Clarifying jmethodID Usage and Potential JVM Crashes
jaroslav.bachorik at datadoghq.com
Wed May 31 11:12:29 UTC 2023
I've been investigating the unusual JVM crashes occurring in JVMTI calls on
a J9 JVM. During my investigation, I scrutinized the `jmethodID` definition
closely, available here: [jmethodID definition](
To paraphrase, the definition suggests that `jmethodID` identifies a Java
method, initializer, or constructor. These identifiers, once returned by
JVM TI functions and events, can be safely stored. However, when the class
is unloaded, they become invalid, rendering them unsuitable for use.
My interpretation is that the JVMTI user should verify the validity of a
`jmethodID` value before using it to prevent potential crashes. Would you
agree with this interpretation?
This sounds like a sensible requirement, but its practical application
remains unclear. As far as I know, methods can be unloaded concurrently to
the native code executing JVMTI functions. This introduces a potential race
condition where the JVM unloads the methods during the check->use flow,
making it only a partial solution. To complicate matters further, no method
exists to confirm whether a `jmethodID` is valid.
Theoretically, we could monitor the `CompiledMethodUnload` event to track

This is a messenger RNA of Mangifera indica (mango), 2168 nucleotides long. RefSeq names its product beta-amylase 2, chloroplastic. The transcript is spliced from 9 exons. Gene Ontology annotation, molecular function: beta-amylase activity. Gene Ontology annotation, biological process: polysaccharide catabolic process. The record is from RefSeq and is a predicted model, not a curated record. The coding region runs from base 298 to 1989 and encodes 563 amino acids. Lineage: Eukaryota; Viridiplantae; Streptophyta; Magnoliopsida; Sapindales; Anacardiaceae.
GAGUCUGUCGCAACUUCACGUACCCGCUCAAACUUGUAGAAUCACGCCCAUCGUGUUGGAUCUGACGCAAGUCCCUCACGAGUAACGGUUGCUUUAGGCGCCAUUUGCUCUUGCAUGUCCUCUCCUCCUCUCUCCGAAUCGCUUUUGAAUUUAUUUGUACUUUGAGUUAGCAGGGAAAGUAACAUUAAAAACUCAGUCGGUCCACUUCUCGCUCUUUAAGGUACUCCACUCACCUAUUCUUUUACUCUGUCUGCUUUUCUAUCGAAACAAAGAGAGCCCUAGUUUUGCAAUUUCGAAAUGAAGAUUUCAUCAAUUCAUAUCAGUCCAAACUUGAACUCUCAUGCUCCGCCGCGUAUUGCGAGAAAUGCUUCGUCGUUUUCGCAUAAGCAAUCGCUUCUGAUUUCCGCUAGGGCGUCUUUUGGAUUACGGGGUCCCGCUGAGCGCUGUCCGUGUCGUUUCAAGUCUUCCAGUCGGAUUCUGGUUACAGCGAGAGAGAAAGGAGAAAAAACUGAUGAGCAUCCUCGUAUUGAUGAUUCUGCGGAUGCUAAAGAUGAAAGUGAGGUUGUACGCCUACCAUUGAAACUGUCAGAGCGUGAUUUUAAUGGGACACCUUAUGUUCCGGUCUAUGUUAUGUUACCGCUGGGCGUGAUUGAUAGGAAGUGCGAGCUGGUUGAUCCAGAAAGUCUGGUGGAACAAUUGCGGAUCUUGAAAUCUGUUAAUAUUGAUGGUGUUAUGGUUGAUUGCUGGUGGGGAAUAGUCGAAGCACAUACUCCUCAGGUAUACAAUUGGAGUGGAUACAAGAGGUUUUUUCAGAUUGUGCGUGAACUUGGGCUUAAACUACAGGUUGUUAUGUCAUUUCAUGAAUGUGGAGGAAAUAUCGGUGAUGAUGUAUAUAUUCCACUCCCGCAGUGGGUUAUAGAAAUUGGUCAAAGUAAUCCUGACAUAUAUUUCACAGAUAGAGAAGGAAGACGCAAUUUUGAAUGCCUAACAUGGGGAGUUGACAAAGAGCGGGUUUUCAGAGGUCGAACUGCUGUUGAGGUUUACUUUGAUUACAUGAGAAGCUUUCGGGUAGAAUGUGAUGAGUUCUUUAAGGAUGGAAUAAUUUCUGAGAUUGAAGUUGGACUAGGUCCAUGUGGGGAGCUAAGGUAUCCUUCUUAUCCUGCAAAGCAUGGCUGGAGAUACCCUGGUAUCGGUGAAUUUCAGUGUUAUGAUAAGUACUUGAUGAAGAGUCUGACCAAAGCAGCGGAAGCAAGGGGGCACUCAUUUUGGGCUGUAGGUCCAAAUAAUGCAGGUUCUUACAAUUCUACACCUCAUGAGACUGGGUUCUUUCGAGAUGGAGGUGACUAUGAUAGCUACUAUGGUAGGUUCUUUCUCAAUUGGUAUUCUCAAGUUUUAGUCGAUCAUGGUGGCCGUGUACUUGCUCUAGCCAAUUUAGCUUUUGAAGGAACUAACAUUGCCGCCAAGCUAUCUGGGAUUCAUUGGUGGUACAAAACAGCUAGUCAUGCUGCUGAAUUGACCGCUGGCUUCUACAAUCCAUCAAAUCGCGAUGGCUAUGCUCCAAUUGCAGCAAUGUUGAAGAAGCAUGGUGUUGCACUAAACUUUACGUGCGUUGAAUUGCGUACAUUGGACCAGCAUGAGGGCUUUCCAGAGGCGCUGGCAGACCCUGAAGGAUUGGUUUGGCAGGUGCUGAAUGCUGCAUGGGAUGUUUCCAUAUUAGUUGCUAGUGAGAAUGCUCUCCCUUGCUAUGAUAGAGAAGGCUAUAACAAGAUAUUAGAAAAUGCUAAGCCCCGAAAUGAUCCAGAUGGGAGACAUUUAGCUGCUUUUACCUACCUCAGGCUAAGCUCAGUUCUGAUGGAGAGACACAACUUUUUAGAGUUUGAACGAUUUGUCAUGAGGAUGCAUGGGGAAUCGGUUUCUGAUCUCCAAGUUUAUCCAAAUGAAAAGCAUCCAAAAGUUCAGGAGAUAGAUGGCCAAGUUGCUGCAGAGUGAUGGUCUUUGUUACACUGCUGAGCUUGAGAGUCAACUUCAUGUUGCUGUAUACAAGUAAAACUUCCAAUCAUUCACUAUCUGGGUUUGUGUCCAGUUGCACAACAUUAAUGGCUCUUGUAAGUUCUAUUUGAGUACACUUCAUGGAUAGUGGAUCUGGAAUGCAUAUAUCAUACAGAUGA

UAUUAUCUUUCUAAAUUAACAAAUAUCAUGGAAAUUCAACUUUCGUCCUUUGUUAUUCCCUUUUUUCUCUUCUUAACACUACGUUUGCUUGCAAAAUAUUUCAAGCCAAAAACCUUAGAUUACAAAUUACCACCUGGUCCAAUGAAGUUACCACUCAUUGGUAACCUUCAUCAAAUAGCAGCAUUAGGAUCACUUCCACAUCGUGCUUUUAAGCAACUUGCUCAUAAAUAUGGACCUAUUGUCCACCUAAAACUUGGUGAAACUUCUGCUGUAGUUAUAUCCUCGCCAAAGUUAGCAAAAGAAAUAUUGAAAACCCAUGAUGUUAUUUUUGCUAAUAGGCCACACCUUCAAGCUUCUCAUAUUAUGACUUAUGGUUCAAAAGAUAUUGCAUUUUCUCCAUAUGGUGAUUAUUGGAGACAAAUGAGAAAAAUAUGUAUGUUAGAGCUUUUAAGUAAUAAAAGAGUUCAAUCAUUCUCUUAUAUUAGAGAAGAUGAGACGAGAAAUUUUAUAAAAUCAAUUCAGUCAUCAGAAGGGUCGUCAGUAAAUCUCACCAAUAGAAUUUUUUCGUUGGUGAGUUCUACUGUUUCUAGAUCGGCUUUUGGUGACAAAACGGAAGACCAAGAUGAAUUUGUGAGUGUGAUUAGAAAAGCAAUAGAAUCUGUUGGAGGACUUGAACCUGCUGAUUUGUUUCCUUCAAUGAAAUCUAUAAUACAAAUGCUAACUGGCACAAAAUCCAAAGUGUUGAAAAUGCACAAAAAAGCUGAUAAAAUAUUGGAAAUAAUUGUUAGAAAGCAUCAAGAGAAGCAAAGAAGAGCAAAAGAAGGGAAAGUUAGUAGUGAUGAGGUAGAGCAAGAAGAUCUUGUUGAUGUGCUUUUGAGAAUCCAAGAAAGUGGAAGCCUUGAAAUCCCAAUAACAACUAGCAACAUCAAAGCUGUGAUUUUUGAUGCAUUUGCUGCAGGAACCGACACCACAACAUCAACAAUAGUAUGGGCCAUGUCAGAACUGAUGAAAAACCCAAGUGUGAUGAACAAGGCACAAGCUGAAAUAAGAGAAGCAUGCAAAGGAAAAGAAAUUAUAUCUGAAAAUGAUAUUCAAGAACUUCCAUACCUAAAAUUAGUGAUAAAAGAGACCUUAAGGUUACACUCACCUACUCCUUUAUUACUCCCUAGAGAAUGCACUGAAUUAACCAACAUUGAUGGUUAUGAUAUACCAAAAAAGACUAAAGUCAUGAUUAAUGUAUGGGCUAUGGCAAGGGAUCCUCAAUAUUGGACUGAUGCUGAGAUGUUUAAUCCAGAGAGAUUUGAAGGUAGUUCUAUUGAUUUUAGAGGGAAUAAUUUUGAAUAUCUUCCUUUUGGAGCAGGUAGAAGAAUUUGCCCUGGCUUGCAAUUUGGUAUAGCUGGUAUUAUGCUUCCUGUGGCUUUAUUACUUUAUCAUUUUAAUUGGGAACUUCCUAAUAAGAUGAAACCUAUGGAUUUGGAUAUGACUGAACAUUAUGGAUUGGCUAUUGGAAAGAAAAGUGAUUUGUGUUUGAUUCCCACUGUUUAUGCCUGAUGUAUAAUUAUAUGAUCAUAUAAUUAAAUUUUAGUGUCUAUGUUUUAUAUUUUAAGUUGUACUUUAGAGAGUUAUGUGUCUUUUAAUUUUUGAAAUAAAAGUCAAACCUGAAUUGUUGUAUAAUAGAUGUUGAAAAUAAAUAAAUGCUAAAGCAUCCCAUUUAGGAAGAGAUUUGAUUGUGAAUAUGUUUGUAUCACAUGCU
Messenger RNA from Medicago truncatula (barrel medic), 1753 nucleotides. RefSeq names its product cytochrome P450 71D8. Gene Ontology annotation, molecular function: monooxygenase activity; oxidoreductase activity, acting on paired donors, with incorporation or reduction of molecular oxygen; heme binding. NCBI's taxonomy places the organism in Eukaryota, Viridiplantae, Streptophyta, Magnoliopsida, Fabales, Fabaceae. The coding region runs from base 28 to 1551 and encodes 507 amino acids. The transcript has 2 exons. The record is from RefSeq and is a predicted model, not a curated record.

the validity state, creating a constantly expanding set of unloaded
`jmethodID` values or a bloom filter, if one does not care about few
potential false positives. This strategy, however, doesn't address the
potential race condition, and it could even exacerbate it due to possible
event delays. This delay might mistakenly validate a `jmethodID` value that
has already been unloaded, but for which the event hasn't been delivered
Honestly, I don't see a way to use `jmethodID` safely unless the code using
it suspends the entire JVM and doesn't resume until it's finished with that
`jmethodID`. Any other approach might lead to JVM crashes, as we've
observed with J9.
Lastly, it's noteworthy that Hotspot takes meticulous measures to ensure
that using jmethodIDs for unloaded methods doesn't crash the JVM and even
provides useful information. This observation has led me to question
whether the documentation aligns with the Hotspot implementation,
especially given that following closely the documentation appears to
increase the risk associated with the use of `jmethodID` values.
I welcome your thoughts and perspectives on this matter.
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